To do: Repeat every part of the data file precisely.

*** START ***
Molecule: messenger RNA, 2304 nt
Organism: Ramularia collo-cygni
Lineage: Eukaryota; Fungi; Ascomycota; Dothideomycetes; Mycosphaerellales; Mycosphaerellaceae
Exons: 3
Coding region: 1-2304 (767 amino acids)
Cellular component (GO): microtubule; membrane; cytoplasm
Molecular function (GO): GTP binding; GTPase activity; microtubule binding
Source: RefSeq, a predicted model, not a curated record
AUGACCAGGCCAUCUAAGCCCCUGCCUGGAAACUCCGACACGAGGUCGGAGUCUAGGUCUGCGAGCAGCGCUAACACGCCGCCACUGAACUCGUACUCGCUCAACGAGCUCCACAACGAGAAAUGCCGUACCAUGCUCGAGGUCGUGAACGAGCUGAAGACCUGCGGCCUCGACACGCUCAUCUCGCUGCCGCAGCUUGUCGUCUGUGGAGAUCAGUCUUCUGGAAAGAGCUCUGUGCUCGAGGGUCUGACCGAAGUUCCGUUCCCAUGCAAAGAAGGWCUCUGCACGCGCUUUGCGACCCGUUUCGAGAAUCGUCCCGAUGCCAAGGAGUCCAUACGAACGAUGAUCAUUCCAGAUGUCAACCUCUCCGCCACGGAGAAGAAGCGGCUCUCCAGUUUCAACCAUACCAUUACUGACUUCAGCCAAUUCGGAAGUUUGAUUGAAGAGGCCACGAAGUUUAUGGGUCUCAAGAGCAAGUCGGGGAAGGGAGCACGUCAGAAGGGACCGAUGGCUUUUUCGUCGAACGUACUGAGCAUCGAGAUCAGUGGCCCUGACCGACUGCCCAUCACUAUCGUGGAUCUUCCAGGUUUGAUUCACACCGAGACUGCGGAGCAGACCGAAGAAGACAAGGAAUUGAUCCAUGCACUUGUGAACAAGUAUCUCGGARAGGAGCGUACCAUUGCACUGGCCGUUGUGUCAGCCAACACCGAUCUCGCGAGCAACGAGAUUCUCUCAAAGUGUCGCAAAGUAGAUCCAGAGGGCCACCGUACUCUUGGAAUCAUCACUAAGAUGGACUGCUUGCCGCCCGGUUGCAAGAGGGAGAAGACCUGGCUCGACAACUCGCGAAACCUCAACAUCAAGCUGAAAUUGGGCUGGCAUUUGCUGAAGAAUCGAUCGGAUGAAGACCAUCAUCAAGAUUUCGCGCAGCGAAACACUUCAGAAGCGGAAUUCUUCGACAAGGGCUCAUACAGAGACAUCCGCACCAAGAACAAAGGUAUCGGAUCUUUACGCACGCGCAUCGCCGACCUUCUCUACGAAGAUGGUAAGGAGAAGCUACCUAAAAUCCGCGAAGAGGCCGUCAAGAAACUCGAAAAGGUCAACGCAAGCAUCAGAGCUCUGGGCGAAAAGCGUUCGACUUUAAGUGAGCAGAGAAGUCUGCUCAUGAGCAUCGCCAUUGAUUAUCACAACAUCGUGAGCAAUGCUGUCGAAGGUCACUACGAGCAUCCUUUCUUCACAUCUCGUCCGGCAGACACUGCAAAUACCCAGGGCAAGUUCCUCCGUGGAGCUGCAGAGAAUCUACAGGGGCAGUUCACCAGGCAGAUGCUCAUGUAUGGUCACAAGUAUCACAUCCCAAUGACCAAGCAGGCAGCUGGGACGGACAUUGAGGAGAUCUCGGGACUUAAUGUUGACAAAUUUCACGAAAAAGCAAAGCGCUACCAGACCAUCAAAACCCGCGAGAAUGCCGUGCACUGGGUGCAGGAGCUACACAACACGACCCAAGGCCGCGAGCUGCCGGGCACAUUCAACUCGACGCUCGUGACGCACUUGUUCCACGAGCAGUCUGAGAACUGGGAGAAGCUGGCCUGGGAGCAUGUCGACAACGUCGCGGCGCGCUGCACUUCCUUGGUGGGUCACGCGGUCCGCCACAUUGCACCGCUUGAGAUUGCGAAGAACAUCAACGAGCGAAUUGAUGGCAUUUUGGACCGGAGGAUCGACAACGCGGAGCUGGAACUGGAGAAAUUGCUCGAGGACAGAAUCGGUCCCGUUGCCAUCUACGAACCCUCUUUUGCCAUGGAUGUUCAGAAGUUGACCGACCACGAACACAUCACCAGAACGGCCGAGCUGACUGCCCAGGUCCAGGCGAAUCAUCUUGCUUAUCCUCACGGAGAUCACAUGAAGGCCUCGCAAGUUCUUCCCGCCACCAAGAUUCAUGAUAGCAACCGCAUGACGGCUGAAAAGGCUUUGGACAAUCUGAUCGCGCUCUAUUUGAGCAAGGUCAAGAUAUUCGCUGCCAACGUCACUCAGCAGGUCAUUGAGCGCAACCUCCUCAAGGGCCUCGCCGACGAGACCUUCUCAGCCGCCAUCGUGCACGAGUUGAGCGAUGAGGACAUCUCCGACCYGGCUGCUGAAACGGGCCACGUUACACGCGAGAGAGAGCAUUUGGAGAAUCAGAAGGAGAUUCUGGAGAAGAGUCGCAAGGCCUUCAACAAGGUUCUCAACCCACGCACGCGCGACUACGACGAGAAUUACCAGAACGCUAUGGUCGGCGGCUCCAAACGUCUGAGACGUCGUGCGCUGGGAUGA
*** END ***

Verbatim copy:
Molecule: messenger RNA, 2304 nt
Organism: Ramularia collo-cygni
Lineage: Eukaryota; Fungi; Ascomycota; Dothideomycetes; Mycosphaerellales; Mycosphaerellaceae
Exons: 3
Coding region: 1-2304 (767 amino acids)
Cellular component (GO): microtubule; membrane; cytoplasm
Molecular function (GO): GTP binding; GTPase activity; microtubule binding
Source: RefSeq, a predicted model, not a curated record
AUGACCAGGCCAUCUAAGCCCCUGCCUGGAAACUCCGACACGAGGUCGGAGUCUAGGUCUGCGAGCAGCGCUAACACGCCGCCACUGAACUCGUACUCGCUCAACGAGCUCCACAACGAGAAAUGCCGUACCAUGCUCGAGGUCGUGAACGAGCUGAAGACCUGCGGCCUCGACACGCUCAUCUCGCUGCCGCAGCUUGUCGUCUGUGGAGAUCAGUCUUCUGGAAAGAGCUCUGUGCUCGAGGGUCUGACCGAAGUUCCGUUCCCAUGCAAAGAAGGWCUCUGCACGCGCUUUGCGACCCGUUUCGAGAAUCGUCCCGAUGCCAAGGAGUCCAUACGAACGAUGAUCAUUCCAGAUGUCAACCUCUCCGCCACGGAGAAGAAGCGGCUCUCCAGUUUCAACCAUACCAUUACUGACUUCAGCCAAUUCGGAAGUUUGAUUGAAGAGGCCACGAAGUUUAUGGGUCUCAAGAGCAAGUCGGGGAAGGGAGCACGUCAGAAGGGACCGAUGGCUUUUUCGUCGAACGUACUGAGCAUCGAGAUCAGUGGCCCUGACCGACUGCCCAUCACUAUCGUGGAUCUUCCAGGUUUGAUUCACACCGAGACUGCGGAGCAGACCGAAGAAGACAAGGAAUUGAUCCAUGCACUUGUGAACAAGUAUCUCGGARAGGAGCGUACCAUUGCACUGGCCGUUGUGUCAGCCAACACCGAUCUCGCGAGCAACGAGAUUCUCUCAAAGUGUCGCAAAGUAGAUCCAGAGGGCCACCGUACUCUUGGAAUCAUCACUAAGAUGGACUGCUUGCCGCCCGGUUGCAAGAGGGAGAAGACCUGGCUCGACAACUCGCGAAACCUCAACAUCAAGCUGAAAUUGGGCUGGCAUUUGCUGAAGAAUCGAUCGGAUGAAGACCAUCAUCAAGAUUUCGCGCAGCGAAACACUUCAGAAGCGGAAUUCUUCGACAAGGGCUCAUACAGAGACAUCCGCACCAAGAACAAAGGUAUCGGAUCUUUACGCACGCGCAUCGCCGACCUUCUCUACGAAGAUGGUAAGGAGAAGCUACCUAAAAUCCGCGAAGAGGCCGUCAAGAAACUCGAAAAGGUCAACGCAAGCAUCAGAGCUCUGGGCGAAAAGCGUUCGACUUUAAGUGAGCAGAGAAGUCUGCUCAUGAGCAUCGCCAUUGAUUAUCACAACAUCGUGAGCAAUGCUGUCGAAGGUCACUACGAGCAUCCUUUCUUCACAUCUCGUCCGGCAGACACUGCAAAUACCCAGGGCAAGUUCCUCCGUGGAGCUGCAGAGAAUCUACAGGGGCAGUUCACCAGGCAGAUGCUCAUGUAUGGUCACAAGUAUCACAUCCCAAUGACCAAGCAGGCAGCUGGGACGGACAUUGAGGAGAUCUCGGGACUUAAUGUUGACAAAUUUCACGAAAAAGCAAAGCGCUACCAGACCAUCAAAACCCGCGAGAAUGCCGUGCACUGGGUGCAGGAGCUACACAACACGACCCAAGGCCGCGAGCUGCCGGGCACAUUCAACUCGACGCUCGUGACGCACUUGUUCCACGAGCAGUCUGAGAACUGGGAGAAGCUGGCCUGGGAGCAUGUCGACAACGUCGCGGCGCGCUGCACUUCCUUGGUGGGUCACGCGGUCCGCCACAUUGCACCGCUUGAGAUUGCGAAGAACAUCAACGAGCGAAUUGAUGGCAUUUUGGACCGGAGGAUCGACAACGCGGAGCUGGAACUGGAGAAAUUGCUCGAGGACAGAAUCGGUCCCGUUGCCAUCUACGAACCCUCUUUUGCCAUGGAUGUUCAGAAGUUGACCGACCACGAACACAUCACCAGAACGGCCGAGCUGACUGCCCAGGUCCAGGCGAAUCAUCUUGCUUAUCCUCACGGAGAUCACAUGAAGGCCUCGCAAGUUCUUCCCGCCACCAAGAUUCAUGAUAGCAACCGCAUGACGGCUGAAAAGGCUUUGGACAAUCUGAUCGCGCUCUAUUUGAGCAAGGUCAAGAUAUUCGCUGCCAACGUCACUCAGCAGGUCAUUGAGCGCAACCUCCUCAAGGGCCUCGCCGACGAGACCUUCUCAGCCGCCAUCGUGCACGAGUUGAGCGAUGAGGACAUCUCCGACCYGGCUGCUGAAACGGGCCACGUUACACGCGAGAGAGAGCAUUUGGAGAAUCAGAAGGAGAUUCUGGAGAAGAGUCGCAAGGCCUUCAACAAGGUUCUCAACCCACGCACGCGCGACUACGACGAGAAUUACCAGAACGCUAUGGUCGGCGGCUCCAAACGUCUGAGACGUCGUGCGCUGGGAUGA